Preface by Howard Rogers - The OIES Natural Gas Programme has published four previous papers on South Eastern European gas, two of which were by Aleksandar Kovacevic. This paper addresses the potential for the region to evolve to a situation where a more diverse set of gas supply options established a degree of competition through gas on gas pricing and an emergent trading activity.
The paper by necessity is context-rich. Gas sector participants, observers and academics will be aware of the challenges facing gas market and infrastructure development in South Eastern Europe due to market size, lower per capita GDP compared with North West Europe and the small average size of national gas markets (and hence pipeline infrastructure lacking economies of scale). The author’s description of the energy mix (including lignite to a significant degree) and the complex interaction between gas-fired district heating, wood burnt as domestic fuel and hydro in a region where temperature and rainfall are both volatile and unpredictable raises additional challenges. In addition, the continued dominance of state owned suppliers and system operators and poor levels of governance create further barriers to transparency and commercial investment in the energy sector.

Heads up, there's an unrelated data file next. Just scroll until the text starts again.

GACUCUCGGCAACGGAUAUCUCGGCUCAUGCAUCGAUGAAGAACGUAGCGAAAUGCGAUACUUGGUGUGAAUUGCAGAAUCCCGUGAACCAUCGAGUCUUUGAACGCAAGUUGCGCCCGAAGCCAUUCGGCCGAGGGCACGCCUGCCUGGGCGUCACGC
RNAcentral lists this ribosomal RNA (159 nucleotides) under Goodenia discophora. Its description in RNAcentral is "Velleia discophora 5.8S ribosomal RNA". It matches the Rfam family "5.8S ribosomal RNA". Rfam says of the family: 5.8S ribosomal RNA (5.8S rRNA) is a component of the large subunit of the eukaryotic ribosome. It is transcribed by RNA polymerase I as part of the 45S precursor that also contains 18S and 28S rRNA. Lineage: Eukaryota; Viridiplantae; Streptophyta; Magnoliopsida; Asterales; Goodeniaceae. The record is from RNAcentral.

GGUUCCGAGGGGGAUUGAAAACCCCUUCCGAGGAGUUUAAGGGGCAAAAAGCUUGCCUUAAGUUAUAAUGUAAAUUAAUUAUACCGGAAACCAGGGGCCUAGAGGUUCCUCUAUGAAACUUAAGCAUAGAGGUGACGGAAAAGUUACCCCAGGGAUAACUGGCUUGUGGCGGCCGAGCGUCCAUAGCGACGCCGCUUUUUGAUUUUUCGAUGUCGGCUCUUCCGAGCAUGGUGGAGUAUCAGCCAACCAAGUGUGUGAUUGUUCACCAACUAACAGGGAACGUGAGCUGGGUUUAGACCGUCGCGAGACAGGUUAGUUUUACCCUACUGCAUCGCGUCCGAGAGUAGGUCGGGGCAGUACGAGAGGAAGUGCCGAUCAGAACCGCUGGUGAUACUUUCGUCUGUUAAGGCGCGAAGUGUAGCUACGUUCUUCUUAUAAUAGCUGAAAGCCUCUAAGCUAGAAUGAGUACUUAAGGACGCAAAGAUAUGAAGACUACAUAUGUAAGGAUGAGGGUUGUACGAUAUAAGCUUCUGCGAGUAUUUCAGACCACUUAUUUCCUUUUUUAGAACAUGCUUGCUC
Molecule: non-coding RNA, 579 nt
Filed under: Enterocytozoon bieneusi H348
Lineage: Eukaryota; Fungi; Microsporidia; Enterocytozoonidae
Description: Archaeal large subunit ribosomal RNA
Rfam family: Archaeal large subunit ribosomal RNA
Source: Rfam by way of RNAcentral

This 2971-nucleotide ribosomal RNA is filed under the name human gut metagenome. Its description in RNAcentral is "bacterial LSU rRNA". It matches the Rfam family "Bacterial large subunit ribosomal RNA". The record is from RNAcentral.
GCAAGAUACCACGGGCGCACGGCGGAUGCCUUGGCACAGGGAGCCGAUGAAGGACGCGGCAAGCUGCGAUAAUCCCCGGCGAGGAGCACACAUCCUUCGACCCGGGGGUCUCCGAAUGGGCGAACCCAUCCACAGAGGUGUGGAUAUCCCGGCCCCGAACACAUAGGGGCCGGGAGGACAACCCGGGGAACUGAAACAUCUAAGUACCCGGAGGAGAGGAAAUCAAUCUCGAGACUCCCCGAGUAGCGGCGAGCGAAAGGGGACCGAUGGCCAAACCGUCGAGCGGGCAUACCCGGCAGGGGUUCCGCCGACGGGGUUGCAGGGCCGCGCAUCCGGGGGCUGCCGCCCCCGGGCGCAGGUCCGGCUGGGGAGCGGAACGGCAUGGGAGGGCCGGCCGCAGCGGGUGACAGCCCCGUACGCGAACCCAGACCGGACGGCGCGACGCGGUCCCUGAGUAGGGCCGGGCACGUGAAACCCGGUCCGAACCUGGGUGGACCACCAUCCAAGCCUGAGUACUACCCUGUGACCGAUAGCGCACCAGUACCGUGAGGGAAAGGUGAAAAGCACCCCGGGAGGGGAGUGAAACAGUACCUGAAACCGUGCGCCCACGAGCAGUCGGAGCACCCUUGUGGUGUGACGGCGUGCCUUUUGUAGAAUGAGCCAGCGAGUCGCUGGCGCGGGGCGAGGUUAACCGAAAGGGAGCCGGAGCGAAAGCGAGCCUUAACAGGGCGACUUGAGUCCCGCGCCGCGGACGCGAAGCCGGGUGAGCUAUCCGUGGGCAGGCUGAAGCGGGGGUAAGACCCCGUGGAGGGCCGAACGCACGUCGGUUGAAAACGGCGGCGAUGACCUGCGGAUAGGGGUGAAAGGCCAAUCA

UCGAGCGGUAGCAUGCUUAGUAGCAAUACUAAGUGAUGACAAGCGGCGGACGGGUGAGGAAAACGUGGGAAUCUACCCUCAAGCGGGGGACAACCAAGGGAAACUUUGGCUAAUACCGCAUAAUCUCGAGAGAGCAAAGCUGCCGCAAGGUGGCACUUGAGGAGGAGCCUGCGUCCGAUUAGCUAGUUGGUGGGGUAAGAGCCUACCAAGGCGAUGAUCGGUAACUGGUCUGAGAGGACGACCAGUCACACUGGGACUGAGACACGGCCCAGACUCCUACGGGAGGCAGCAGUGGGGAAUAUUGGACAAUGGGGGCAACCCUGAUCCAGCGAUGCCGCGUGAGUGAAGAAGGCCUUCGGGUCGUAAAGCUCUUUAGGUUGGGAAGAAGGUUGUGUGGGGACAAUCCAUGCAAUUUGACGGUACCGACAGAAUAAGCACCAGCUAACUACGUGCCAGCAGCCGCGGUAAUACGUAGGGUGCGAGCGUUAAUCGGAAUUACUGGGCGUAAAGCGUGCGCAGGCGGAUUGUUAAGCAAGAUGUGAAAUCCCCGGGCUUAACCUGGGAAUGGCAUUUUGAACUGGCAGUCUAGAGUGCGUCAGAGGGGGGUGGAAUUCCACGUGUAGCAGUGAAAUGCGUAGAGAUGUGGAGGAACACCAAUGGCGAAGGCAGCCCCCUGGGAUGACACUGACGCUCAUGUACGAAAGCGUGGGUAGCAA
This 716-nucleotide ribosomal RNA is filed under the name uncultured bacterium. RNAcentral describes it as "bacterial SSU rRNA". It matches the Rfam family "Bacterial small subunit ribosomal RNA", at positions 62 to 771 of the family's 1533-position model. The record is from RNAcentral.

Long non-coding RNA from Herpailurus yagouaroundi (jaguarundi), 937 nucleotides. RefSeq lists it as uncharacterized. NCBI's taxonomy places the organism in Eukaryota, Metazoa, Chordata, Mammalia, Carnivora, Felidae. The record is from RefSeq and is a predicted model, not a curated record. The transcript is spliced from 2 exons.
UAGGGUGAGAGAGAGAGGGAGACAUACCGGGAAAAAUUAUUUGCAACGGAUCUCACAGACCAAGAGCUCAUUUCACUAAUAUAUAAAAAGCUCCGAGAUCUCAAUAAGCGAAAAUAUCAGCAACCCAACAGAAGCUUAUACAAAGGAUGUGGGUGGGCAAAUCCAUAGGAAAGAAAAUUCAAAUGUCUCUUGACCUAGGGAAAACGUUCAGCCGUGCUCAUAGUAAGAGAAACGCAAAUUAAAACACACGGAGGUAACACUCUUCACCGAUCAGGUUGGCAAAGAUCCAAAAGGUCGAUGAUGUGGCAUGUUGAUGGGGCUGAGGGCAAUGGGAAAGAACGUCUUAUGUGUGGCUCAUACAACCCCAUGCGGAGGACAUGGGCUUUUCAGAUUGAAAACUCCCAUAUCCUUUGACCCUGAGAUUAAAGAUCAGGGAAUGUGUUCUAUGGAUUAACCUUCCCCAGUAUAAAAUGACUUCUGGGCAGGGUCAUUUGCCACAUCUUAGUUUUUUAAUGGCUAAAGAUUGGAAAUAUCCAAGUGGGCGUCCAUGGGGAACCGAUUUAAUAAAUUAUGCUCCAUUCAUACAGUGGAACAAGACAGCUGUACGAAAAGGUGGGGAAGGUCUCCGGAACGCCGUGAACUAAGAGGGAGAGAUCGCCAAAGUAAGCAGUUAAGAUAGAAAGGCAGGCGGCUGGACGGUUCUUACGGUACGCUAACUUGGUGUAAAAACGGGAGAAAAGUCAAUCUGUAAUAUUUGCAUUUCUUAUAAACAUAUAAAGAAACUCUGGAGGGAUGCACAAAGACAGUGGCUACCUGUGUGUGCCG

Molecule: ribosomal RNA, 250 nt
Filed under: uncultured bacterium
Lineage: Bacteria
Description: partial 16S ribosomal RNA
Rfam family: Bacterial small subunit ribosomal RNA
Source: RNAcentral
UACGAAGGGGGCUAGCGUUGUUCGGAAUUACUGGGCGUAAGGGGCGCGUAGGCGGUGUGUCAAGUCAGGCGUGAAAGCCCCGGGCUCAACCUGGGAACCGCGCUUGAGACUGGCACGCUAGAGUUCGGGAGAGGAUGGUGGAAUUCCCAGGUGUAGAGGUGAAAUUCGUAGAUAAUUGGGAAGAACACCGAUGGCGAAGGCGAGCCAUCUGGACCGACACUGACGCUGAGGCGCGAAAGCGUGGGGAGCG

Against this perhaps inauspicious backdrop, the author details possible routes by which competing supply could achieve an initial level of market opening. In addition to pipeline supply, small scale LNG penetration into the Black Sea and its major navigable rivers create possible options.
Although gas demand growth is unlikely to be significant in the region, it is the unsustainable nature of the existing energy mix which will begin to catalyse change, followed by the penetration of supply seeking a competitive but cost reflective margin over European traded market prices.